7. What about receipt of deidentified datasets or biospecimens?

    No. Use of de-identified datasets or biospecimens is not human subjects research. In order for the data/biospecimens to be de-identified, there can be no identifiers and there can be no link to identifiers. A coded specimen that can be linked back to individuals is not considered de-identified. If the providers have access to the key but will not provide the recipient with any PHI, then from the recipients’ perspective the data or specimens are de-identified. The provider of the data/specimens must either provide a letter stating that they will not provide any identifiers, or have policies which clearly state that they will not provide identifiers. For details of the requirements for data sharing, see Guidance on Engagement of Institutions in Human Subjects Research

  8. Can I share de-identified data or biospecimens with another investigator?

    Yes. Use of deidentified data or specimens does not constitute human subjects research. However, the investigators must adhere to both the limitations (if any) specified in the consent form used to obtain the specimens and the subject's expressed preferences with regard to future use. If re-use of study data or biospecimens for future research is a possibility, then the consent form must include information about future use. For most studies, subjects should be able to opt-in or opt-out without affecting their ability to enroll in the main study. The IRB's Consent Form Templates include example language for optional future use. The subjects' preferences should be noted as part of the study record to ensure that future use of data and specimens matches each subject's decision.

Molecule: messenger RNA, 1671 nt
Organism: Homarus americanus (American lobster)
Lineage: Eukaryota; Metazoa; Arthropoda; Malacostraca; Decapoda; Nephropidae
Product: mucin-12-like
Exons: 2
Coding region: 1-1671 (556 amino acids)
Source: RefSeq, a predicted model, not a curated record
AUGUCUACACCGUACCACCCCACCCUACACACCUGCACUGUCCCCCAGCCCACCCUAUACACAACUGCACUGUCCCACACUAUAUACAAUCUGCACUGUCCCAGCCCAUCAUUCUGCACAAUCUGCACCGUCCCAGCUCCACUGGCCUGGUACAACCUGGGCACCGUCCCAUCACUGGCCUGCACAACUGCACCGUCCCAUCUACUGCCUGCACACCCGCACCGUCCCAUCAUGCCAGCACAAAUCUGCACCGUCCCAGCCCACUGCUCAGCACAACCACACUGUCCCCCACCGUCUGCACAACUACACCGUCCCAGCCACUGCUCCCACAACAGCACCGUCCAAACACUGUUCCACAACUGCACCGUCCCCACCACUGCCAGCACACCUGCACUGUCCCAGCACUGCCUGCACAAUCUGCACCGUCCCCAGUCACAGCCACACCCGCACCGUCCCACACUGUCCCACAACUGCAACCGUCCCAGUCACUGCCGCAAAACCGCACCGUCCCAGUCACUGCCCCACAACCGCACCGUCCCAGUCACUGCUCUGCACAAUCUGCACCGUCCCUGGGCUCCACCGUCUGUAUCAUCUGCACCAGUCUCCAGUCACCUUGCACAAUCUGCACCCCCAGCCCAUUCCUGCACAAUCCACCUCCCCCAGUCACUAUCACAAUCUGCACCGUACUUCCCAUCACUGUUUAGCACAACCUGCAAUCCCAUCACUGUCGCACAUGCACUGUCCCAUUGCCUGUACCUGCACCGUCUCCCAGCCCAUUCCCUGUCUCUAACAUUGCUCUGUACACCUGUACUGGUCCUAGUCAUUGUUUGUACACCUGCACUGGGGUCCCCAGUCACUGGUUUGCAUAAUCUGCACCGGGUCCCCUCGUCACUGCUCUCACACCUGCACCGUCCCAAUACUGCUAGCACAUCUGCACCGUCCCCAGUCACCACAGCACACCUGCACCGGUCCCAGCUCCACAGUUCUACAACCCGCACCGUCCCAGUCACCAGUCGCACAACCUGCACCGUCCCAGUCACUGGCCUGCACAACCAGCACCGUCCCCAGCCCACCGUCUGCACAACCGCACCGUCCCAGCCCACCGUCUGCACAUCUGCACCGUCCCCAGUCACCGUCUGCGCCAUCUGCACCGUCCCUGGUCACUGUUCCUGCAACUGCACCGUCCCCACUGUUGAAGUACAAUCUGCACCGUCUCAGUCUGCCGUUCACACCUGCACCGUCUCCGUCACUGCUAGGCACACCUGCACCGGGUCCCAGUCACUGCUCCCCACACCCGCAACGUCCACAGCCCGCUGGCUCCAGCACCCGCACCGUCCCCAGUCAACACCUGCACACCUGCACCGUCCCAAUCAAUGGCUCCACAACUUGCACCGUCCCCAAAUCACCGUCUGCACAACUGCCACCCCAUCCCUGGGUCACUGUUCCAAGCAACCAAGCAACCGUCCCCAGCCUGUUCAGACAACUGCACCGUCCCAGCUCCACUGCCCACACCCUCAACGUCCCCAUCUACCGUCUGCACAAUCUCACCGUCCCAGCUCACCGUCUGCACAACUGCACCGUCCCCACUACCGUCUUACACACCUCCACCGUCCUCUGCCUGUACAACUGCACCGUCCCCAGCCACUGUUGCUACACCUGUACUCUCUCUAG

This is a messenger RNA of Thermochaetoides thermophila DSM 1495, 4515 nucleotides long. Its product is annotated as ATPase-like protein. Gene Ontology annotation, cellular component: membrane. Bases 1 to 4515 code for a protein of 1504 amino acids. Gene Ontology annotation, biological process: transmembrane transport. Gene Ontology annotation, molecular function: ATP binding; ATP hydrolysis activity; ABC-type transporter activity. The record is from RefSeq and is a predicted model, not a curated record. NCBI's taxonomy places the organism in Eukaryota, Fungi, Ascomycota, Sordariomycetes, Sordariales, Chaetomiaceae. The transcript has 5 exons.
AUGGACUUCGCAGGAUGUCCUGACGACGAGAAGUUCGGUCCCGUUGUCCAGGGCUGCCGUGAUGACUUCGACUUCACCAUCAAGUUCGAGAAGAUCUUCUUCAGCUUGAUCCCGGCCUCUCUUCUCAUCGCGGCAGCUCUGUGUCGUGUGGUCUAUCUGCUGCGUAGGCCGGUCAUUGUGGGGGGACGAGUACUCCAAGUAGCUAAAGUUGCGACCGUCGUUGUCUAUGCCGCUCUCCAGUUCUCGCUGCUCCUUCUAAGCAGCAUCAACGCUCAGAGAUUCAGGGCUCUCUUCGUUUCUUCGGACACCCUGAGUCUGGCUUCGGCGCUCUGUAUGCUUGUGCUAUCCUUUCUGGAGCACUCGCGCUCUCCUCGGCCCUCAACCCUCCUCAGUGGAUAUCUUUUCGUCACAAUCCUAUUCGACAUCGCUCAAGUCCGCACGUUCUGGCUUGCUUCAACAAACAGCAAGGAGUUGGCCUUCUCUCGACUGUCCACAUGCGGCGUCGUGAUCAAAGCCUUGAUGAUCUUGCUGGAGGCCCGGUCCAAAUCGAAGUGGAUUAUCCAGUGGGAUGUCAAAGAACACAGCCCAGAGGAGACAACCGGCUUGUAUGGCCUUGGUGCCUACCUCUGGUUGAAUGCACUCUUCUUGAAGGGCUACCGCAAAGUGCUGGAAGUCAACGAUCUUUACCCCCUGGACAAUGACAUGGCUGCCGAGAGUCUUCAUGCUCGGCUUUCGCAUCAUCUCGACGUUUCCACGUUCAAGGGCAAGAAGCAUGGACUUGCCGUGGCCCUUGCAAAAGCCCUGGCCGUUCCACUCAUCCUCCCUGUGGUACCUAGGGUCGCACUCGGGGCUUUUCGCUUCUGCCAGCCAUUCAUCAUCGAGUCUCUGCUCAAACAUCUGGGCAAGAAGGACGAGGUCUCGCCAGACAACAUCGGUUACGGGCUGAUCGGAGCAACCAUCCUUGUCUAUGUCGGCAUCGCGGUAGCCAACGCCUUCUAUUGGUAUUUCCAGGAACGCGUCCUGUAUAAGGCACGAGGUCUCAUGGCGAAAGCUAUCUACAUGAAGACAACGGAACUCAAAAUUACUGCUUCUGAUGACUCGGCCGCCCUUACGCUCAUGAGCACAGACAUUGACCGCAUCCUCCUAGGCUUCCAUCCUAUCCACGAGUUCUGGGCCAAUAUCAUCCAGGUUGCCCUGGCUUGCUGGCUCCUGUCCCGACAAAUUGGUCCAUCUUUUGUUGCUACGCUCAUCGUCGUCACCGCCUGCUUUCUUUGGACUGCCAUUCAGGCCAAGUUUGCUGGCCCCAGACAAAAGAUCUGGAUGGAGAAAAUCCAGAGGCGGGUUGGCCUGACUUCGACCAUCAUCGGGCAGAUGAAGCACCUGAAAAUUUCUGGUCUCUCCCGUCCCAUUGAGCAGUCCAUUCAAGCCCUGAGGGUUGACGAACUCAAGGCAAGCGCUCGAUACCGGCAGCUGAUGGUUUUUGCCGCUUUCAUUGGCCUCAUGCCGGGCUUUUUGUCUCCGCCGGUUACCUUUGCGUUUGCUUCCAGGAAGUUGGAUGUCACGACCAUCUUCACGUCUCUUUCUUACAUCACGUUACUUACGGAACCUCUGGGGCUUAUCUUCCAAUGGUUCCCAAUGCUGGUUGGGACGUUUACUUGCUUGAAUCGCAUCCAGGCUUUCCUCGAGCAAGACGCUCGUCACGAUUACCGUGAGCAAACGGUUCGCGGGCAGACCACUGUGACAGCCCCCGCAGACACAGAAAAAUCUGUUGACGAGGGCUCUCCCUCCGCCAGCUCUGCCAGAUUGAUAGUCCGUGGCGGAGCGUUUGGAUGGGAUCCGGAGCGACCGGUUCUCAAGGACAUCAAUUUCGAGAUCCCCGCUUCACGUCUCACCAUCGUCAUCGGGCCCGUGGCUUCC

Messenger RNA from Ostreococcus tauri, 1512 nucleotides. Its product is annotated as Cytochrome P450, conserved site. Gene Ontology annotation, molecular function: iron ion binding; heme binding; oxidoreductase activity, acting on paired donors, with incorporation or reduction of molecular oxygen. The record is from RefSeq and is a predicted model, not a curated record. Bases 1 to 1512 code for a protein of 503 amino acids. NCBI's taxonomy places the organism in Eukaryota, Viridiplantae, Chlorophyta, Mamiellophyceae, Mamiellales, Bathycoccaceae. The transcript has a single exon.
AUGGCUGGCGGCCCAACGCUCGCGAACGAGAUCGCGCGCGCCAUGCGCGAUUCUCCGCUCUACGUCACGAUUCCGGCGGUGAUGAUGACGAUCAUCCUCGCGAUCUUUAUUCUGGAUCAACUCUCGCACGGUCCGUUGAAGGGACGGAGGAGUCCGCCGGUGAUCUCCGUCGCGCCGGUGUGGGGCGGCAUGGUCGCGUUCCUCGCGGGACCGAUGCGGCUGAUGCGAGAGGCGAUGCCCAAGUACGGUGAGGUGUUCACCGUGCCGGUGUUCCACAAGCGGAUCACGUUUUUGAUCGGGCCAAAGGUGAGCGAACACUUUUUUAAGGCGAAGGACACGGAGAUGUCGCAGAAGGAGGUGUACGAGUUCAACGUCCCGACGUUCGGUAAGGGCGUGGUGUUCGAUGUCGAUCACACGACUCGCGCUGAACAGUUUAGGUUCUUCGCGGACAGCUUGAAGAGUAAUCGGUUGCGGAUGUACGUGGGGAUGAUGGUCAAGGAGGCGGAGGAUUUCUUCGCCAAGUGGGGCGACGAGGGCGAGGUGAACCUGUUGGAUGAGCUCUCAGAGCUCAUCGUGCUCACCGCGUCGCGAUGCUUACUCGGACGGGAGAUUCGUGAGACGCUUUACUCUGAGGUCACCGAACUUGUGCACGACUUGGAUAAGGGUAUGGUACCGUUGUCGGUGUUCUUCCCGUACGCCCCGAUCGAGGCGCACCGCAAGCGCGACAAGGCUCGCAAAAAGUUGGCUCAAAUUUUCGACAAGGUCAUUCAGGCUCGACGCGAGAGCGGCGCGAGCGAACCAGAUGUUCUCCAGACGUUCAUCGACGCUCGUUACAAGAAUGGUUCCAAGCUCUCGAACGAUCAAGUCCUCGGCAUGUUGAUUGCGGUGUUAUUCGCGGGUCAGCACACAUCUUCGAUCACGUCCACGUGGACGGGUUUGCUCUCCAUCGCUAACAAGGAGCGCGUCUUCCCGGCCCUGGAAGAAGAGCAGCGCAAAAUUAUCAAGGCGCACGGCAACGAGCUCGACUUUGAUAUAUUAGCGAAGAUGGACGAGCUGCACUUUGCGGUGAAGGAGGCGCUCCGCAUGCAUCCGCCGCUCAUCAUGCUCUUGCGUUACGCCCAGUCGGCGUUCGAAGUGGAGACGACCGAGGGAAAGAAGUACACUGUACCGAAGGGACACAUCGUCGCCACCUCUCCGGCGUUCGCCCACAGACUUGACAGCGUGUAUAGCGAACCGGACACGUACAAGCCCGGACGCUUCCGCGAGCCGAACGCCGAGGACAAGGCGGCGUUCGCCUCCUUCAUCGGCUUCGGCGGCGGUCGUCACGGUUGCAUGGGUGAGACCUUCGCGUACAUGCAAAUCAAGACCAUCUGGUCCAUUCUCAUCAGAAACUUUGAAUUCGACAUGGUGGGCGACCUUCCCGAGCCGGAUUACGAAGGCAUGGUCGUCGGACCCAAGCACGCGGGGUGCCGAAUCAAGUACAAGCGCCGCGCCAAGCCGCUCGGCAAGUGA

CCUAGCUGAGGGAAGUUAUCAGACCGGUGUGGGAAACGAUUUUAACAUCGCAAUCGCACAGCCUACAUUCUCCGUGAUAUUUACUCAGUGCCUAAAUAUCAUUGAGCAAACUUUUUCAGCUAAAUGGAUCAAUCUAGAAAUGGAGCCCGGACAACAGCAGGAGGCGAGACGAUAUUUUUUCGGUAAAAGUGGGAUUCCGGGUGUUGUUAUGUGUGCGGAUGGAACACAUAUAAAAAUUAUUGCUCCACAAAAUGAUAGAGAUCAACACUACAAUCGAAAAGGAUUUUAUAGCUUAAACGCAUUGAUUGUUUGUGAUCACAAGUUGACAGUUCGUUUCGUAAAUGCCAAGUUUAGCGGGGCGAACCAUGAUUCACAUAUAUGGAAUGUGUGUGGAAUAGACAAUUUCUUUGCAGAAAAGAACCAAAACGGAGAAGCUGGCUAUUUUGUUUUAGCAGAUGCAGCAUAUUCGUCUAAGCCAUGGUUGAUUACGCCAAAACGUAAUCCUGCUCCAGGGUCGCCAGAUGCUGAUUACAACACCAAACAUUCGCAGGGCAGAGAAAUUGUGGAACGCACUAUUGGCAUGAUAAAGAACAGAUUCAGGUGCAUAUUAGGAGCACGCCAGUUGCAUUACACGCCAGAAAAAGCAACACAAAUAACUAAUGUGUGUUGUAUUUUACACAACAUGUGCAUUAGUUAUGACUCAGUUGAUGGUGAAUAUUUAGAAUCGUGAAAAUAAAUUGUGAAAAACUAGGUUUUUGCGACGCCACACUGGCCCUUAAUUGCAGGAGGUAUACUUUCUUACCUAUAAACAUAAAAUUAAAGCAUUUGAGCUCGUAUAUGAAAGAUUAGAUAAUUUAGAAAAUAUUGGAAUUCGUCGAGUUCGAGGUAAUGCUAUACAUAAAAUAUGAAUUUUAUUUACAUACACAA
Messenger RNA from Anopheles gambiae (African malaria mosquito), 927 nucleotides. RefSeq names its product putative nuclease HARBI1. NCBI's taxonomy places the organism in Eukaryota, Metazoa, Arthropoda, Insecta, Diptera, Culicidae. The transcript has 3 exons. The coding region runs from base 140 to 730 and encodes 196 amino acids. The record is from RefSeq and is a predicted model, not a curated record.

9. If CHOP is not enrolling subjects in the research but is functioning as the data coordinating center (DCC) does this require review by the IRB?

    It depends. If the research is funded by the DHHS or if the DCC will receive identifiable subject information, then the CHOP is engaged in the research and the IRB must review the activities of the DCC. If the DCC will only receive de-identified data and the funding is not from DHHS, then there is no obligation to obtain IRB approval. Having monitors (CRAs) from the DCC perform source-data verification during a site visit does not engage the DCC in Human Subjects Research unless it receives PHI from the site.